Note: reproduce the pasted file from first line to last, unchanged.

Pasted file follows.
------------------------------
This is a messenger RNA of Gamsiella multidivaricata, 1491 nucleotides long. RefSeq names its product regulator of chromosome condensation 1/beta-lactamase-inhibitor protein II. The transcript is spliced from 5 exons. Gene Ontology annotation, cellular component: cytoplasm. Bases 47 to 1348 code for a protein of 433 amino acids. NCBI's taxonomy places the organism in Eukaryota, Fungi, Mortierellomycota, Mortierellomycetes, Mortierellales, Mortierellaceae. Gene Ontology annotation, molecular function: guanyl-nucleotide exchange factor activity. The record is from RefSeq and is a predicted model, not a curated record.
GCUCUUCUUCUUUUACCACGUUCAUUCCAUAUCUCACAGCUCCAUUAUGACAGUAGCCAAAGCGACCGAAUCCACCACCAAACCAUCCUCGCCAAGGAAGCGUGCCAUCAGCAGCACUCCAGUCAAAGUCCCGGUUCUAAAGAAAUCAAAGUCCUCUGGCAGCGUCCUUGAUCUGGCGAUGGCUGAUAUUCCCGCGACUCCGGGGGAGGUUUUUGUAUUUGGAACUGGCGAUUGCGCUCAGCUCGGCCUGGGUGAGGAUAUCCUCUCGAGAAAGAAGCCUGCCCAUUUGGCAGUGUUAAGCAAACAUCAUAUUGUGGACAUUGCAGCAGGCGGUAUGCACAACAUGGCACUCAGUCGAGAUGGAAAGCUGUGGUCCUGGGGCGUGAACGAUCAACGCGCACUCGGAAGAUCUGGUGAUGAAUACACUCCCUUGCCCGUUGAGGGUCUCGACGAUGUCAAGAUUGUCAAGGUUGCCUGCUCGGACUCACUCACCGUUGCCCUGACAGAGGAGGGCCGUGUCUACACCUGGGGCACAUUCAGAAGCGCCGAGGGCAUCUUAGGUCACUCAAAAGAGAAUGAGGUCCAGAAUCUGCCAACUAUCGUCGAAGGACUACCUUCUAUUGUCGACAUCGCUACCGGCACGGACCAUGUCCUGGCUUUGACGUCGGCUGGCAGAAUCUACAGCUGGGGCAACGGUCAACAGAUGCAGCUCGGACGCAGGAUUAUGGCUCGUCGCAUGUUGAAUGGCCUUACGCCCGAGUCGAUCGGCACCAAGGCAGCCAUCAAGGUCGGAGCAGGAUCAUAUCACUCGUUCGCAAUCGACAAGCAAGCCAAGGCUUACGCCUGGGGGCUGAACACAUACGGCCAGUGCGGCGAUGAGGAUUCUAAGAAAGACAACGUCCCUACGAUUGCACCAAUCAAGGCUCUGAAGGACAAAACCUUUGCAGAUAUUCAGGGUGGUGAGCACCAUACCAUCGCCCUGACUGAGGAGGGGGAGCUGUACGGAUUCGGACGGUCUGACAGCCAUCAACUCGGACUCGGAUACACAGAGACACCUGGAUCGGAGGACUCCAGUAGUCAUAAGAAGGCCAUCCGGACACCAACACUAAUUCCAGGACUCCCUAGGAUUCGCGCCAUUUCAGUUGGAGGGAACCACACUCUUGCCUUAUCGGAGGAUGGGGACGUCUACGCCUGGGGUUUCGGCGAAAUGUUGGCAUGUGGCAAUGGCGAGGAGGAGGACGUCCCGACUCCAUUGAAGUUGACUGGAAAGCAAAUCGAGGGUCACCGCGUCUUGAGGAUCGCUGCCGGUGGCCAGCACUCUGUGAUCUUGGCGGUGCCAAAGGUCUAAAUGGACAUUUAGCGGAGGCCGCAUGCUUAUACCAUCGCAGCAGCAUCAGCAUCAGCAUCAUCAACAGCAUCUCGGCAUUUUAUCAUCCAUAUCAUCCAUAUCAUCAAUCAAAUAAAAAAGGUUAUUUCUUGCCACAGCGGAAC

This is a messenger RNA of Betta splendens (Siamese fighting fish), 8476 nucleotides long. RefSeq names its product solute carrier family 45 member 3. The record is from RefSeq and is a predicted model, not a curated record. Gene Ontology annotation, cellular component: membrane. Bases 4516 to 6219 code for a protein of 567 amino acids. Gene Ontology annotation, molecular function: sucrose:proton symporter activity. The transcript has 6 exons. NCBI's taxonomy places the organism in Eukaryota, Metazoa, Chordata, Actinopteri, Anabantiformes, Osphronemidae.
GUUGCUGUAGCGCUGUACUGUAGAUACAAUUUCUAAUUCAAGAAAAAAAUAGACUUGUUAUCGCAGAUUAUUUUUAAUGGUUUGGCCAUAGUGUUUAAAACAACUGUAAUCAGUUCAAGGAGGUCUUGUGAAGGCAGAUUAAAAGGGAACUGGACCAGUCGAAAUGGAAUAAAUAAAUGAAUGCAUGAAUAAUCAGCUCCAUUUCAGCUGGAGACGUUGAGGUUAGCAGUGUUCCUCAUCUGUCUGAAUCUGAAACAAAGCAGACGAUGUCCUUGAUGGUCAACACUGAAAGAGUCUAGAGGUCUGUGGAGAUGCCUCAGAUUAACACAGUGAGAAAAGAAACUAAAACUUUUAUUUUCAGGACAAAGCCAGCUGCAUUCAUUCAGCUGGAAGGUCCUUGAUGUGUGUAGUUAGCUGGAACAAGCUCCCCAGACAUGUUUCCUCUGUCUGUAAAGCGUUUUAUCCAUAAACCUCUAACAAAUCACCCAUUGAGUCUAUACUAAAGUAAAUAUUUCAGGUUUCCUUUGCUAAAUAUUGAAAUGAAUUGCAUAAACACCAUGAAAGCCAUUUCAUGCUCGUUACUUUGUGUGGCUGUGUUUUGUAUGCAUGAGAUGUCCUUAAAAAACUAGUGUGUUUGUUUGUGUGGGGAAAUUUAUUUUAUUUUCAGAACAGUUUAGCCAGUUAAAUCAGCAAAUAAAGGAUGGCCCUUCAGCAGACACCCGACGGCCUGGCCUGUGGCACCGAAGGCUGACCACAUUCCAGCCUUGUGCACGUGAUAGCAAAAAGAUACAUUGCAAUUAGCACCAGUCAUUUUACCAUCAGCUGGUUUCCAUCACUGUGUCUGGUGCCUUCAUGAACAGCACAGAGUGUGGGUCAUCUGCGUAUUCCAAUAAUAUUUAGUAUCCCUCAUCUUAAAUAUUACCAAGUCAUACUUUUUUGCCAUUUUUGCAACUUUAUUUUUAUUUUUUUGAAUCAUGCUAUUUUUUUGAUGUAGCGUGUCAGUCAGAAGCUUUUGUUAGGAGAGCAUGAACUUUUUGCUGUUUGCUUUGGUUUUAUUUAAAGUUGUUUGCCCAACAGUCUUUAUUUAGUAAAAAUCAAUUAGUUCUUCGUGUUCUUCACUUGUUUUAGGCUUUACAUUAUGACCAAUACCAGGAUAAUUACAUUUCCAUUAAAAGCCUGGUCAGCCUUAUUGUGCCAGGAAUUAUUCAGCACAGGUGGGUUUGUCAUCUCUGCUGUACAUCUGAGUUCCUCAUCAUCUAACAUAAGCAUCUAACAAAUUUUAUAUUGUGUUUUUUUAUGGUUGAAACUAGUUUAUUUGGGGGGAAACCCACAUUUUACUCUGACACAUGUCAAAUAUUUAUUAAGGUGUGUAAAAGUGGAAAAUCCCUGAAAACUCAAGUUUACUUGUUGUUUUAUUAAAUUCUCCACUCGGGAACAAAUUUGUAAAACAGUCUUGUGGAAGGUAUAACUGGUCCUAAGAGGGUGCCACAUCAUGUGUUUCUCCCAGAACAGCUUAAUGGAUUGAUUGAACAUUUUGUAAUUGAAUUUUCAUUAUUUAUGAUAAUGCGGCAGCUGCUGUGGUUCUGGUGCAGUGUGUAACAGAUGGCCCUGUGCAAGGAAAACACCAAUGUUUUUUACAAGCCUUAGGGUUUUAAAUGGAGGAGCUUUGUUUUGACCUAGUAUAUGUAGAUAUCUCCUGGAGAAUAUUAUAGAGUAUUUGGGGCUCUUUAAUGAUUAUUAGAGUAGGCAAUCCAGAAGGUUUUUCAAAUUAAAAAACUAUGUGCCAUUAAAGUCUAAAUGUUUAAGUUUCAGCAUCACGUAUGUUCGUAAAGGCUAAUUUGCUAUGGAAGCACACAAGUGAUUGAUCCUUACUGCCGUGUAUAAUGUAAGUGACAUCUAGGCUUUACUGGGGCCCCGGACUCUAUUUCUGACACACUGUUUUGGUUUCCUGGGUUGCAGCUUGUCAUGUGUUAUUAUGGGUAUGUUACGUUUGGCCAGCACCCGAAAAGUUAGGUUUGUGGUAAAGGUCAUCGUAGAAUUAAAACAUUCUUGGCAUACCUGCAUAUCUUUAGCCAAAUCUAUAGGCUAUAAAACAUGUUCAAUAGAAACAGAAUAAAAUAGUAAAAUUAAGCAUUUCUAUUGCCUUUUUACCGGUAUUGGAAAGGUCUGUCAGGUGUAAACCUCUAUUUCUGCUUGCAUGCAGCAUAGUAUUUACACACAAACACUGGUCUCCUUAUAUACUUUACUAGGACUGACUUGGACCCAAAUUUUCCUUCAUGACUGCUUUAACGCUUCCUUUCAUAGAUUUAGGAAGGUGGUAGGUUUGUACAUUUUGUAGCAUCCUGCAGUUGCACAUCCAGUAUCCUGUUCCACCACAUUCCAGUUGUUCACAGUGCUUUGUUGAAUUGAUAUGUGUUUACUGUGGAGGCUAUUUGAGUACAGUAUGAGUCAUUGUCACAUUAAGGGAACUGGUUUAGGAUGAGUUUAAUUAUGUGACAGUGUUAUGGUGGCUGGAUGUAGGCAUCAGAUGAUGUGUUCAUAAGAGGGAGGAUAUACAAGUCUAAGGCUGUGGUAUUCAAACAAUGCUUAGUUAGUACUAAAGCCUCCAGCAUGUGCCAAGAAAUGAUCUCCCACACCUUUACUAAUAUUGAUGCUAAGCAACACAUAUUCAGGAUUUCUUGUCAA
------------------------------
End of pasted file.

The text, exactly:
This is a messenger RNA of Gamsiella multidivaricata, 1491 nucleotides long. RefSeq names its product regulator of chromosome condensation 1/beta-lactamase-inhibitor protein II. The transcript is spliced from 5 exons. Gene Ontology annotation, cellular component: cytoplasm. Bases 47 to 1348 code for a protein of 433 amino acids. NCBI's taxonomy places the organism in Eukaryota, Fungi, Mortierellomycota, Mortierellomycetes, Mortierellales, Mortierellaceae. Gene Ontology annotation, molecular function: guanyl-nucleotide exchange factor activity. The record is from RefSeq and is a predicted model, not a curated record.
GCUCUUCUUCUUUUACCACGUUCAUUCCAUAUCUCACAGCUCCAUUAUGACAGUAGCCAAAGCGACCGAAUCCACCACCAAACCAUCCUCGCCAAGGAAGCGUGCCAUCAGCAGCACUCCAGUCAAAGUCCCGGUUCUAAAGAAAUCAAAGUCCUCUGGCAGCGUCCUUGAUCUGGCGAUGGCUGAUAUUCCCGCGACUCCGGGGGAGGUUUUUGUAUUUGGAACUGGCGAUUGCGCUCAGCUCGGCCUGGGUGAGGAUAUCCUCUCGAGAAAGAAGCCUGCCCAUUUGGCAGUGUUAAGCAAACAUCAUAUUGUGGACAUUGCAGCAGGCGGUAUGCACAACAUGGCACUCAGUCGAGAUGGAAAGCUGUGGUCCUGGGGCGUGAACGAUCAACGCGCACUCGGAAGAUCUGGUGAUGAAUACACUCCCUUGCCCGUUGAGGGUCUCGACGAUGUCAAGAUUGUCAAGGUUGCCUGCUCGGACUCACUCACCGUUGCCCUGACAGAGGAGGGCCGUGUCUACACCUGGGGCACAUUCAGAAGCGCCGAGGGCAUCUUAGGUCACUCAAAAGAGAAUGAGGUCCAGAAUCUGCCAACUAUCGUCGAAGGACUACCUUCUAUUGUCGACAUCGCUACCGGCACGGACCAUGUCCUGGCUUUGACGUCGGCUGGCAGAAUCUACAGCUGGGGCAACGGUCAACAGAUGCAGCUCGGACGCAGGAUUAUGGCUCGUCGCAUGUUGAAUGGCCUUACGCCCGAGUCGAUCGGCACCAAGGCAGCCAUCAAGGUCGGAGCAGGAUCAUAUCACUCGUUCGCAAUCGACAAGCAAGCCAAGGCUUACGCCUGGGGGCUGAACACAUACGGCCAGUGCGGCGAUGAGGAUUCUAAGAAAGACAACGUCCCUACGAUUGCACCAAUCAAGGCUCUGAAGGACAAAACCUUUGCAGAUAUUCAGGGUGGUGAGCACCAUACCAUCGCCCUGACUGAGGAGGGGGAGCUGUACGGAUUCGGACGGUCUGACAGCCAUCAACUCGGACUCGGAUACACAGAGACACCUGGAUCGGAGGACUCCAGUAGUCAUAAGAAGGCCAUCCGGACACCAACACUAAUUCCAGGACUCCCUAGGAUUCGCGCCAUUUCAGUUGGAGGGAACCACACUCUUGCCUUAUCGGAGGAUGGGGACGUCUACGCCUGGGGUUUCGGCGAAAUGUUGGCAUGUGGCAAUGGCGAGGAGGAGGACGUCCCGACUCCAUUGAAGUUGACUGGAAAGCAAAUCGAGGGUCACCGCGUCUUGAGGAUCGCUGCCGGUGGCCAGCACUCUGUGAUCUUGGCGGUGCCAAAGGUCUAAAUGGACAUUUAGCGGAGGCCGCAUGCUUAUACCAUCGCAGCAGCAUCAGCAUCAGCAUCAUCAACAGCAUCUCGGCAUUUUAUCAUCCAUAUCAUCCAUAUCAUCAAUCAAAUAAAAAAGGUUAUUUCUUGCCACAGCGGAAC

This is a messenger RNA of Betta splendens (Siamese fighting fish), 8476 nucleotides long. RefSeq names its product solute carrier family 45 member 3. The record is from RefSeq and is a predicted model, not a curated record. Gene Ontology annotation, cellular component: membrane. Bases 4516 to 6219 code for a protein of 567 amino acids. Gene Ontology annotation, molecular function: sucrose:proton symporter activity. The transcript has 6 exons. NCBI's taxonomy places the organism in Eukaryota, Metazoa, Chordata, Actinopteri, Anabantiformes, Osphronemidae.
GUUGCUGUAGCGCUGUACUGUAGAUACAAUUUCUAAUUCAAGAAAAAAAUAGACUUGUUAUCGCAGAUUAUUUUUAAUGGUUUGGCCAUAGUGUUUAAAACAACUGUAAUCAGUUCAAGGAGGUCUUGUGAAGGCAGAUUAAAAGGGAACUGGACCAGUCGAAAUGGAAUAAAUAAAUGAAUGCAUGAAUAAUCAGCUCCAUUUCAGCUGGAGACGUUGAGGUUAGCAGUGUUCCUCAUCUGUCUGAAUCUGAAACAAAGCAGACGAUGUCCUUGAUGGUCAACACUGAAAGAGUCUAGAGGUCUGUGGAGAUGCCUCAGAUUAACACAGUGAGAAAAGAAACUAAAACUUUUAUUUUCAGGACAAAGCCAGCUGCAUUCAUUCAGCUGGAAGGUCCUUGAUGUGUGUAGUUAGCUGGAACAAGCUCCCCAGACAUGUUUCCUCUGUCUGUAAAGCGUUUUAUCCAUAAACCUCUAACAAAUCACCCAUUGAGUCUAUACUAAAGUAAAUAUUUCAGGUUUCCUUUGCUAAAUAUUGAAAUGAAUUGCAUAAACACCAUGAAAGCCAUUUCAUGCUCGUUACUUUGUGUGGCUGUGUUUUGUAUGCAUGAGAUGUCCUUAAAAAACUAGUGUGUUUGUUUGUGUGGGGAAAUUUAUUUUAUUUUCAGAACAGUUUAGCCAGUUAAAUCAGCAAAUAAAGGAUGGCCCUUCAGCAGACACCCGACGGCCUGGCCUGUGGCACCGAAGGCUGACCACAUUCCAGCCUUGUGCACGUGAUAGCAAAAAGAUACAUUGCAAUUAGCACCAGUCAUUUUACCAUCAGCUGGUUUCCAUCACUGUGUCUGGUGCCUUCAUGAACAGCACAGAGUGUGGGUCAUCUGCGUAUUCCAAUAAUAUUUAGUAUCCCUCAUCUUAAAUAUUACCAAGUCAUACUUUUUUGCCAUUUUUGCAACUUUAUUUUUAUUUUUUUGAAUCAUGCUAUUUUUUUGAUGUAGCGUGUCAGUCAGAAGCUUUUGUUAGGAGAGCAUGAACUUUUUGCUGUUUGCUUUGGUUUUAUUUAAAGUUGUUUGCCCAACAGUCUUUAUUUAGUAAAAAUCAAUUAGUUCUUCGUGUUCUUCACUUGUUUUAGGCUUUACAUUAUGACCAAUACCAGGAUAAUUACAUUUCCAUUAAAAGCCUGGUCAGCCUUAUUGUGCCAGGAAUUAUUCAGCACAGGUGGGUUUGUCAUCUCUGCUGUACAUCUGAGUUCCUCAUCAUCUAACAUAAGCAUCUAACAAAUUUUAUAUUGUGUUUUUUUAUGGUUGAAACUAGUUUAUUUGGGGGGAAACCCACAUUUUACUCUGACACAUGUCAAAUAUUUAUUAAGGUGUGUAAAAGUGGAAAAUCCCUGAAAACUCAAGUUUACUUGUUGUUUUAUUAAAUUCUCCACUCGGGAACAAAUUUGUAAAACAGUCUUGUGGAAGGUAUAACUGGUCCUAAGAGGGUGCCACAUCAUGUGUUUCUCCCAGAACAGCUUAAUGGAUUGAUUGAACAUUUUGUAAUUGAAUUUUCAUUAUUUAUGAUAAUGCGGCAGCUGCUGUGGUUCUGGUGCAGUGUGUAACAGAUGGCCCUGUGCAAGGAAAACACCAAUGUUUUUUACAAGCCUUAGGGUUUUAAAUGGAGGAGCUUUGUUUUGACCUAGUAUAUGUAGAUAUCUCCUGGAGAAUAUUAUAGAGUAUUUGGGGCUCUUUAAUGAUUAUUAGAGUAGGCAAUCCAGAAGGUUUUUCAAAUUAAAAAACUAUGUGCCAUUAAAGUCUAAAUGUUUAAGUUUCAGCAUCACGUAUGUUCGUAAAGGCUAAUUUGCUAUGGAAGCACACAAGUGAUUGAUCCUUACUGCCGUGUAUAAUGUAAGUGACAUCUAGGCUUUACUGGGGCCCCGGACUCUAUUUCUGACACACUGUUUUGGUUUCCUGGGUUGCAGCUUGUCAUGUGUUAUUAUGGGUAUGUUACGUUUGGCCAGCACCCGAAAAGUUAGGUUUGUGGUAAAGGUCAUCGUAGAAUUAAAACAUUCUUGGCAUACCUGCAUAUCUUUAGCCAAAUCUAUAGGCUAUAAAACAUGUUCAAUAGAAACAGAAUAAAAUAGUAAAAUUAAGCAUUUCUAUUGCCUUUUUACCGGUAUUGGAAAGGUCUGUCAGGUGUAAACCUCUAUUUCUGCUUGCAUGCAGCAUAGUAUUUACACACAAACACUGGUCUCCUUAUAUACUUUACUAGGACUGACUUGGACCCAAAUUUUCCUUCAUGACUGCUUUAACGCUUCCUUUCAUAGAUUUAGGAAGGUGGUAGGUUUGUACAUUUUGUAGCAUCCUGCAGUUGCACAUCCAGUAUCCUGUUCCACCACAUUCCAGUUGUUCACAGUGCUUUGUUGAAUUGAUAUGUGUUUACUGUGGAGGCUAUUUGAGUACAGUAUGAGUCAUUGUCACAUUAAGGGAACUGGUUUAGGAUGAGUUUAAUUAUGUGACAGUGUUAUGGUGGCUGGAUGUAGGCAUCAGAUGAUGUGUUCAUAAGAGGGAGGAUAUACAAGUCUAAGGCUGUGGUAUUCAAACAAUGCUUAGUUAGUACUAAAGCCUCCAGCAUGUGCCAAGAAAUGAUCUCCCACACCUUUACUAAUAUUGAUGCUAAGCAACACAUAUUCAGGAUUUCUUGUCAA